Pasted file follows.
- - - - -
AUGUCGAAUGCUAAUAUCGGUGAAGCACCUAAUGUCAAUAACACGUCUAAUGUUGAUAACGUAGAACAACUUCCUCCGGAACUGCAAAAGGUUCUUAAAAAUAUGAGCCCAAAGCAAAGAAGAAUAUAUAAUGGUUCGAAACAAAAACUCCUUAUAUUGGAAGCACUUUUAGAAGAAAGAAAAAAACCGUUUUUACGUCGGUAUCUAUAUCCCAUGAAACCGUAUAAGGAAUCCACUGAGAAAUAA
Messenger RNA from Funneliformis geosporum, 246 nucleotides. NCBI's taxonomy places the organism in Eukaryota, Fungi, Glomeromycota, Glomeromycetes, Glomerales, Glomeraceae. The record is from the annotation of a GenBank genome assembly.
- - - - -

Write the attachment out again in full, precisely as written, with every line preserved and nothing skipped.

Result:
AUGUCGAAUGCUAAUAUCGGUGAAGCACCUAAUGUCAAUAACACGUCUAAUGUUGAUAACGUAGAACAACUUCCUCCGGAACUGCAAAAGGUUCUUAAAAAUAUGAGCCCAAAGCAAAGAAGAAUAUAUAAUGGUUCGAAACAAAAACUCCUUAUAUUGGAAGCACUUUUAGAAGAAAGAAAAAAACCGUUUUUACGUCGGUAUCUAUAUCCCAUGAAACCGUAUAAGGAAUCCACUGAGAAAUAA
Messenger RNA from Funneliformis geosporum, 246 nucleotides. NCBI's taxonomy places the organism in Eukaryota, Fungi, Glomeromycota, Glomeromycetes, Glomerales, Glomeraceae. The record is from the annotation of a GenBank genome assembly.